J is for Journey

Hero’s journey, that is. You’ve probably already been exposed to the idea (or monomyth) of the hero’s journey, as put forward by Joseph Campbell: person in the normal world receives a call to action, refuses it, is called again, and goes on a journey whereon he meets enemies and allies and faces challenges. After facing an ordeal, the hero claims the treasure, takes the road back home, arrives home changed (resurrected) and gives of the wisdom or treasure he has received to others. (Yes, this is an overly simplified version. There are many resources to learn more about this journey — I like The Writer’s Journey by Christopher Vogler.)

This pattern can be seen in many books and movies, from The Hobbit to The Wizard of Oz to Star Wars. It’s not peculiar to genre fiction, however. In his book, Vogler talks about Titanic, The Full Monty, and Pulp Fiction. Whether you agree with his structure analyses is up to you.

There are other satisfying story structures, and there’s a lot of flexibility in the way this journey is interpreted, as there is in the archetypes that the hero meets along the way. It’s just another tool for looking at how a story can work.

Have you ever noticed the hero’s journey in your reading? Used it in your writing? Do you find it useful in any way, or merely an academic curiosity?

This is a post for the Blogging from A to Z April Challenge. My theme is epic fantasy, and blog posts will cover authors, books, tropes, themes, or anything else I can think of to fill the alphabet. Check out some of the other bloggers participating or follow my blog by e-mail if you like what you’ve read.

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  1. I’ve written a hero’s journey once for a NaNo novel, where the daughter crosses the country in her wedding dress on the bus of a girl’s basketball team searching for her previously presumed dead father. It’s a fun way to write, and the journey keeps things moving.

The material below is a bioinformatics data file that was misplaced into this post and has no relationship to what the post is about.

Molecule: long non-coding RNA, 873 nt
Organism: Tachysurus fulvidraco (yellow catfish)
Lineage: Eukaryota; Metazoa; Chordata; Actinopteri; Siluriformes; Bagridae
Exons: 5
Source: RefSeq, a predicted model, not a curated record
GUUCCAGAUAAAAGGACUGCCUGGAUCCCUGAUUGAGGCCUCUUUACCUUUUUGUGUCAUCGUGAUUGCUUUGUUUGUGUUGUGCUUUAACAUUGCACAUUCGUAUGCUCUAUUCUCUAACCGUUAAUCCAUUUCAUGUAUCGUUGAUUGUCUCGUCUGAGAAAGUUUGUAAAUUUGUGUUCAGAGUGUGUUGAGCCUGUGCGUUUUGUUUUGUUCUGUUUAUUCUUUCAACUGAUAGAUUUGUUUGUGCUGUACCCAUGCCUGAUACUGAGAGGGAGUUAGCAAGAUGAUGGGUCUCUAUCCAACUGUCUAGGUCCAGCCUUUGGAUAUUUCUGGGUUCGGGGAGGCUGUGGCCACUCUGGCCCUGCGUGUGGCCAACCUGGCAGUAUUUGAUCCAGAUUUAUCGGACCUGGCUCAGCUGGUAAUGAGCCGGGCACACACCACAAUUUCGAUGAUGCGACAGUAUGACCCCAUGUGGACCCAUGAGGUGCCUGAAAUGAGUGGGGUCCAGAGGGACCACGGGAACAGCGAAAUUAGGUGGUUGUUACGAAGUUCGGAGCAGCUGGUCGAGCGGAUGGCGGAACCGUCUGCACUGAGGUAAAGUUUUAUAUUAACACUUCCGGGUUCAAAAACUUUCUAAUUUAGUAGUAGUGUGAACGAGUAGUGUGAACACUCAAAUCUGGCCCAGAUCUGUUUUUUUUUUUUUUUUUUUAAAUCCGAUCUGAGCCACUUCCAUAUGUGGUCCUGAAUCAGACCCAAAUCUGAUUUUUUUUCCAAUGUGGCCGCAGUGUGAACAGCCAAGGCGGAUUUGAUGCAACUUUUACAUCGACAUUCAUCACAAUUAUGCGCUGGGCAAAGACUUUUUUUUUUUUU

2. I like the hero’s journey. I recently wrote the “refusal” portion as part of a collaborative project. It was a lot of fun. I think it would be interesting to incorporate the journey into a novel, as Nicki did. 🙂

  3. I’ve written a hero’s journey – but the main feedback I got was my characters didn’t go deep enough. So I think it’s a balance between action-packed plot and characterization – you need both for a great tale.

    • You’re right; you need both story and character. I don’t think that the structure of a novel — whether three-act, hero’s journey, Hollywood structure, or something else — necessarily has anything to do with the depth of the characters.

      Thanks for stopping by and commenting!

  4. I think all stories are journeys in either a literal or metaphorical sense. The events of getting from one place or one state of mind to another are what keeps us riveted in the story being told.

    A Few Words
    An A to Z Co-host blog

    • Yes, that’s true. The hero’s journey is just a specific formulation of a type of journey that recurs in myths around the world and is still used in storytelling today.

      Thanks for the comment! 🙂

  5. Well, the first “hero’s journey” that comes to mind is Star Wars, but that’s not a book; LOTR comes pretty close. I don’t think I’ve ever used it in my own writing.

    The Golden Eagle
    The Eagle’s Aerial Perspective

  6. I think that pretty much all of my stories are based on the hero’s journey.

    • Cool! How much flexibility do you use with it, Laura?

      • There’s quite a bit of flexibility. It’s the rhythm that feels best for a story to me. My character is reluctant and goes through the growth necessary to complete whatever but the underlying concept is always there.

        • That makes sense. My biggest experiment with it is coming up — I’m planning to have two different people doing hero’s journeys, sort of contrapuntal. I hope it works.

  7. Hero’s journey is a concept a guide but real writing is strictly imagination and creativity. Great post!

  8. I like well written reluctant heroes and/or heroines. The ones that have to be dragged kicking and screaming to the edge of the cliff and then be pushed off. I think the most reluctant and irritating hero I’ve ever read would have to be Thomas Covenant from ‘The Chronicles of Thomas Covenant’, by Stephen Donaldson. That man made me want to reach into the page and strangle him. The sign of a great story!

    • Irritating — oh, yes. I’ll admit to not being a Thomas fan, although when I read it, I was too young to understand what was going on. It wasn’t until it got spelled out in the second book that I went “oh. Ick.” I couldn’t read any more after that. I do remember his reluctance, though. . . . If I didn’t have so many other things to read, I might give him another try now, to see how he changes through the books and what his arc actually is.

      Thanks for the thought-provoking comment!

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